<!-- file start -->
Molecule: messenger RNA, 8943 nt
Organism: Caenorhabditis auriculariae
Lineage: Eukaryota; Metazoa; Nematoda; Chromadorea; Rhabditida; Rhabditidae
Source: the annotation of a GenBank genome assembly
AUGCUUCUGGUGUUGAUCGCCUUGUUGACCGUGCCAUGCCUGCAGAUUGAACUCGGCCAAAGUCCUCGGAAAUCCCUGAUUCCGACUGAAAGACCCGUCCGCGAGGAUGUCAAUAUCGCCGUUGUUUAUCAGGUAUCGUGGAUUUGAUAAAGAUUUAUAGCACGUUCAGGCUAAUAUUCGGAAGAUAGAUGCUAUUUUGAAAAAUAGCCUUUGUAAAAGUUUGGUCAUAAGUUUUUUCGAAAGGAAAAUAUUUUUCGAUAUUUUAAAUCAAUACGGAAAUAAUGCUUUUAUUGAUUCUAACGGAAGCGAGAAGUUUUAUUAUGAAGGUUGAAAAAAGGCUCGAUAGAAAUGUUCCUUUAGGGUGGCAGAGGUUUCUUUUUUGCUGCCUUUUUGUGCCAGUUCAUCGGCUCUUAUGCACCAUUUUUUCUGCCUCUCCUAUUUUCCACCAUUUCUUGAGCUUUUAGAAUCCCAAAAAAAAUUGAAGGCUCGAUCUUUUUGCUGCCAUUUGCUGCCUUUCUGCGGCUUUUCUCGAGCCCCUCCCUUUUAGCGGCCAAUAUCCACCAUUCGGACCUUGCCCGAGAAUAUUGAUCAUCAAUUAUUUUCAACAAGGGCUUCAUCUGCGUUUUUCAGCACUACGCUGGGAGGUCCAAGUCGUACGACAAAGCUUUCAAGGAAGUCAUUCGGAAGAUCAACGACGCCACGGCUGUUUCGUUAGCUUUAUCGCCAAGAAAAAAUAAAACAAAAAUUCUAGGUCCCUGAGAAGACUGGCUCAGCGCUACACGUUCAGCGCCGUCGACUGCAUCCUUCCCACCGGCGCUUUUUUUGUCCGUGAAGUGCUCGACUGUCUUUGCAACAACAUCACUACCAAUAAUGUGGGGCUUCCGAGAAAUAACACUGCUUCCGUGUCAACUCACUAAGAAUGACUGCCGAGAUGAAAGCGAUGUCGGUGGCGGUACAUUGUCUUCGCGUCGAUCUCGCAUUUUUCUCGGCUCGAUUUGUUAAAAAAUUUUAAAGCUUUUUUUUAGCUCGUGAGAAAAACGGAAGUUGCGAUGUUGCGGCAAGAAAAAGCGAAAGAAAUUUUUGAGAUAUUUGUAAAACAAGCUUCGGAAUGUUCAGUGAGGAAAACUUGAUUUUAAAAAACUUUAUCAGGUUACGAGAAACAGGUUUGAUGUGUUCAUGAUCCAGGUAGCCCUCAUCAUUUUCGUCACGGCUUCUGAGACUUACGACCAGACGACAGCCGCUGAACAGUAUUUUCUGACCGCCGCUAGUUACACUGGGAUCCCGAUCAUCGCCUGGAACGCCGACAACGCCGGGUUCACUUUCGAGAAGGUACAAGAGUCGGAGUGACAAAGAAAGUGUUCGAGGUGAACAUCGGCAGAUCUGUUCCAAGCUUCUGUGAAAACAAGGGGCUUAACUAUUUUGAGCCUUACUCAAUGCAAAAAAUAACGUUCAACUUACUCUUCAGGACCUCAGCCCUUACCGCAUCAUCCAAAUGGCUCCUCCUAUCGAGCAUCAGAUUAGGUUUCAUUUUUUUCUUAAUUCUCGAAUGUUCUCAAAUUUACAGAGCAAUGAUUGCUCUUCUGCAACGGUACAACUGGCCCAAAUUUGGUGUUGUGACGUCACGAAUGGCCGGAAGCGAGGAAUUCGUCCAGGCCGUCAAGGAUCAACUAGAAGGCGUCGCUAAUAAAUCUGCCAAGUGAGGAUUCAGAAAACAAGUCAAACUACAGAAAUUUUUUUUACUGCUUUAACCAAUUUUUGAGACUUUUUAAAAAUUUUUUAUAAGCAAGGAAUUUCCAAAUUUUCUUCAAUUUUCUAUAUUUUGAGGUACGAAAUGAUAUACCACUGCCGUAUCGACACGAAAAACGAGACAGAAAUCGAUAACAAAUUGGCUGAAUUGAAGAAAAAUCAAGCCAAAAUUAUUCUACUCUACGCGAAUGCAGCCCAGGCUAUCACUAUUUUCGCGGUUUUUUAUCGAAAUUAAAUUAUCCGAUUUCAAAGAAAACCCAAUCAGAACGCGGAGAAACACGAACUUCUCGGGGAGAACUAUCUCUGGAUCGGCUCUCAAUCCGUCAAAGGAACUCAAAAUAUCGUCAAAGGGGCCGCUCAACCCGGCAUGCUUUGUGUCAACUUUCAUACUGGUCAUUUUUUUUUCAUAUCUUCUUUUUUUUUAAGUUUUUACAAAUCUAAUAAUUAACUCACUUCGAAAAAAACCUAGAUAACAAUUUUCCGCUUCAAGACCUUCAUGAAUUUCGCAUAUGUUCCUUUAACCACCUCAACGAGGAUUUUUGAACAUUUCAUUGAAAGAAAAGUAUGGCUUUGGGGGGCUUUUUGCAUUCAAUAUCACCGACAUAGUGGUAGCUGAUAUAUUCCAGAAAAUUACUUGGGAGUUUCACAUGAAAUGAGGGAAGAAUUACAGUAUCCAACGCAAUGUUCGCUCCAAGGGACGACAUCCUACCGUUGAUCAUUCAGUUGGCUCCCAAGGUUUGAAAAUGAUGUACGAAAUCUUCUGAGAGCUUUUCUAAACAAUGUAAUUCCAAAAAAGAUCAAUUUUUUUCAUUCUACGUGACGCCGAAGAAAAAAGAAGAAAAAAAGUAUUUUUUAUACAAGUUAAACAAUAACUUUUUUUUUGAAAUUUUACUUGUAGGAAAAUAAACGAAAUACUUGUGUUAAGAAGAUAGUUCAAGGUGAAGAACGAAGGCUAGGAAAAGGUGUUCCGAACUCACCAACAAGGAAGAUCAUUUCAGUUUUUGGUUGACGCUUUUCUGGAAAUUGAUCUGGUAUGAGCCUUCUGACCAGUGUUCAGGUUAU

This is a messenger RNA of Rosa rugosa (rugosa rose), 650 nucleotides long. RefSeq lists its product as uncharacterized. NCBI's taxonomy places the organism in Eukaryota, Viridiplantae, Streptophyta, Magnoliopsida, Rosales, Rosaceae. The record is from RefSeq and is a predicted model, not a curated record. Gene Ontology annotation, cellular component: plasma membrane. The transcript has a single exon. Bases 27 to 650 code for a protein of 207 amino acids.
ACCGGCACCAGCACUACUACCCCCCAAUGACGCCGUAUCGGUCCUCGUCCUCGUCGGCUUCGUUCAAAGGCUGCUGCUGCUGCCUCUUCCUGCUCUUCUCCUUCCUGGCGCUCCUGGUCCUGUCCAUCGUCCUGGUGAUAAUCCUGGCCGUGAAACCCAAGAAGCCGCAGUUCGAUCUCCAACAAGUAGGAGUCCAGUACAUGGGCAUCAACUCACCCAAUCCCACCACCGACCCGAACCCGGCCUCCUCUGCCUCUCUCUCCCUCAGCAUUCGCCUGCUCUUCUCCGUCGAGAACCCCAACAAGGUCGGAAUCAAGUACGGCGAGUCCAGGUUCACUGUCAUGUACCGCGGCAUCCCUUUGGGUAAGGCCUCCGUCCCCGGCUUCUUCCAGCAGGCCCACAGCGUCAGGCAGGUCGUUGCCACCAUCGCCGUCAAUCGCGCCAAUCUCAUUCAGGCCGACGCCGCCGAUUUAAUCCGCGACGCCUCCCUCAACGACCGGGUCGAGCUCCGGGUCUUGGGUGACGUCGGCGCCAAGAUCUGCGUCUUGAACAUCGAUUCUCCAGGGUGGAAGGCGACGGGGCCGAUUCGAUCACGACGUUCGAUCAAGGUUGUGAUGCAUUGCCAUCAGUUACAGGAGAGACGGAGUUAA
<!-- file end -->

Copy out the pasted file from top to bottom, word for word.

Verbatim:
Molecule: messenger RNA, 8943 nt
Organism: Caenorhabditis auriculariae
Lineage: Eukaryota; Metazoa; Nematoda; Chromadorea; Rhabditida; Rhabditidae
Source: the annotation of a GenBank genome assembly
AUGCUUCUGGUGUUGAUCGCCUUGUUGACCGUGCCAUGCCUGCAGAUUGAACUCGGCCAAAGUCCUCGGAAAUCCCUGAUUCCGACUGAAAGACCCGUCCGCGAGGAUGUCAAUAUCGCCGUUGUUUAUCAGGUAUCGUGGAUUUGAUAAAGAUUUAUAGCACGUUCAGGCUAAUAUUCGGAAGAUAGAUGCUAUUUUGAAAAAUAGCCUUUGUAAAAGUUUGGUCAUAAGUUUUUUCGAAAGGAAAAUAUUUUUCGAUAUUUUAAAUCAAUACGGAAAUAAUGCUUUUAUUGAUUCUAACGGAAGCGAGAAGUUUUAUUAUGAAGGUUGAAAAAAGGCUCGAUAGAAAUGUUCCUUUAGGGUGGCAGAGGUUUCUUUUUUGCUGCCUUUUUGUGCCAGUUCAUCGGCUCUUAUGCACCAUUUUUUCUGCCUCUCCUAUUUUCCACCAUUUCUUGAGCUUUUAGAAUCCCAAAAAAAAUUGAAGGCUCGAUCUUUUUGCUGCCAUUUGCUGCCUUUCUGCGGCUUUUCUCGAGCCCCUCCCUUUUAGCGGCCAAUAUCCACCAUUCGGACCUUGCCCGAGAAUAUUGAUCAUCAAUUAUUUUCAACAAGGGCUUCAUCUGCGUUUUUCAGCACUACGCUGGGAGGUCCAAGUCGUACGACAAAGCUUUCAAGGAAGUCAUUCGGAAGAUCAACGACGCCACGGCUGUUUCGUUAGCUUUAUCGCCAAGAAAAAAUAAAACAAAAAUUCUAGGUCCCUGAGAAGACUGGCUCAGCGCUACACGUUCAGCGCCGUCGACUGCAUCCUUCCCACCGGCGCUUUUUUUGUCCGUGAAGUGCUCGACUGUCUUUGCAACAACAUCACUACCAAUAAUGUGGGGCUUCCGAGAAAUAACACUGCUUCCGUGUCAACUCACUAAGAAUGACUGCCGAGAUGAAAGCGAUGUCGGUGGCGGUACAUUGUCUUCGCGUCGAUCUCGCAUUUUUCUCGGCUCGAUUUGUUAAAAAAUUUUAAAGCUUUUUUUUAGCUCGUGAGAAAAACGGAAGUUGCGAUGUUGCGGCAAGAAAAAGCGAAAGAAAUUUUUGAGAUAUUUGUAAAACAAGCUUCGGAAUGUUCAGUGAGGAAAACUUGAUUUUAAAAAACUUUAUCAGGUUACGAGAAACAGGUUUGAUGUGUUCAUGAUCCAGGUAGCCCUCAUCAUUUUCGUCACGGCUUCUGAGACUUACGACCAGACGACAGCCGCUGAACAGUAUUUUCUGACCGCCGCUAGUUACACUGGGAUCCCGAUCAUCGCCUGGAACGCCGACAACGCCGGGUUCACUUUCGAGAAGGUACAAGAGUCGGAGUGACAAAGAAAGUGUUCGAGGUGAACAUCGGCAGAUCUGUUCCAAGCUUCUGUGAAAACAAGGGGCUUAACUAUUUUGAGCCUUACUCAAUGCAAAAAAUAACGUUCAACUUACUCUUCAGGACCUCAGCCCUUACCGCAUCAUCCAAAUGGCUCCUCCUAUCGAGCAUCAGAUUAGGUUUCAUUUUUUUCUUAAUUCUCGAAUGUUCUCAAAUUUACAGAGCAAUGAUUGCUCUUCUGCAACGGUACAACUGGCCCAAAUUUGGUGUUGUGACGUCACGAAUGGCCGGAAGCGAGGAAUUCGUCCAGGCCGUCAAGGAUCAACUAGAAGGCGUCGCUAAUAAAUCUGCCAAGUGAGGAUUCAGAAAACAAGUCAAACUACAGAAAUUUUUUUUACUGCUUUAACCAAUUUUUGAGACUUUUUAAAAAUUUUUUAUAAGCAAGGAAUUUCCAAAUUUUCUUCAAUUUUCUAUAUUUUGAGGUACGAAAUGAUAUACCACUGCCGUAUCGACACGAAAAACGAGACAGAAAUCGAUAACAAAUUGGCUGAAUUGAAGAAAAAUCAAGCCAAAAUUAUUCUACUCUACGCGAAUGCAGCCCAGGCUAUCACUAUUUUCGCGGUUUUUUAUCGAAAUUAAAUUAUCCGAUUUCAAAGAAAACCCAAUCAGAACGCGGAGAAACACGAACUUCUCGGGGAGAACUAUCUCUGGAUCGGCUCUCAAUCCGUCAAAGGAACUCAAAAUAUCGUCAAAGGGGCCGCUCAACCCGGCAUGCUUUGUGUCAACUUUCAUACUGGUCAUUUUUUUUUCAUAUCUUCUUUUUUUUUAAGUUUUUACAAAUCUAAUAAUUAACUCACUUCGAAAAAAACCUAGAUAACAAUUUUCCGCUUCAAGACCUUCAUGAAUUUCGCAUAUGUUCCUUUAACCACCUCAACGAGGAUUUUUGAACAUUUCAUUGAAAGAAAAGUAUGGCUUUGGGGGGCUUUUUGCAUUCAAUAUCACCGACAUAGUGGUAGCUGAUAUAUUCCAGAAAAUUACUUGGGAGUUUCACAUGAAAUGAGGGAAGAAUUACAGUAUCCAACGCAAUGUUCGCUCCAAGGGACGACAUCCUACCGUUGAUCAUUCAGUUGGCUCCCAAGGUUUGAAAAUGAUGUACGAAAUCUUCUGAGAGCUUUUCUAAACAAUGUAAUUCCAAAAAAGAUCAAUUUUUUUCAUUCUACGUGACGCCGAAGAAAAAAGAAGAAAAAAAGUAUUUUUUAUACAAGUUAAACAAUAACUUUUUUUUUGAAAUUUUACUUGUAGGAAAAUAAACGAAAUACUUGUGUUAAGAAGAUAGUUCAAGGUGAAGAACGAAGGCUAGGAAAAGGUGUUCCGAACUCACCAACAAGGAAGAUCAUUUCAGUUUUUGGUUGACGCUUUUCUGGAAAUUGAUCUGGUAUGAGCCUUCUGACCAGUGUUCAGGUUAU

This is a messenger RNA of Rosa rugosa (rugosa rose), 650 nucleotides long. RefSeq lists its product as uncharacterized. NCBI's taxonomy places the organism in Eukaryota, Viridiplantae, Streptophyta, Magnoliopsida, Rosales, Rosaceae. The record is from RefSeq and is a predicted model, not a curated record. Gene Ontology annotation, cellular component: plasma membrane. The transcript has a single exon. Bases 27 to 650 code for a protein of 207 amino acids.
ACCGGCACCAGCACUACUACCCCCCAAUGACGCCGUAUCGGUCCUCGUCCUCGUCGGCUUCGUUCAAAGGCUGCUGCUGCUGCCUCUUCCUGCUCUUCUCCUUCCUGGCGCUCCUGGUCCUGUCCAUCGUCCUGGUGAUAAUCCUGGCCGUGAAACCCAAGAAGCCGCAGUUCGAUCUCCAACAAGUAGGAGUCCAGUACAUGGGCAUCAACUCACCCAAUCCCACCACCGACCCGAACCCGGCCUCCUCUGCCUCUCUCUCCCUCAGCAUUCGCCUGCUCUUCUCCGUCGAGAACCCCAACAAGGUCGGAAUCAAGUACGGCGAGUCCAGGUUCACUGUCAUGUACCGCGGCAUCCCUUUGGGUAAGGCCUCCGUCCCCGGCUUCUUCCAGCAGGCCCACAGCGUCAGGCAGGUCGUUGCCACCAUCGCCGUCAAUCGCGCCAAUCUCAUUCAGGCCGACGCCGCCGAUUUAAUCCGCGACGCCUCCCUCAACGACCGGGUCGAGCUCCGGGUCUUGGGUGACGUCGGCGCCAAGAUCUGCGUCUUGAACAUCGAUUCUCCAGGGUGGAAGGCGACGGGGCCGAUUCGAUCACGACGUUCGAUCAAGGUUGUGAUGCAUUGCCAUCAGUUACAGGAGAGACGGAGUUAA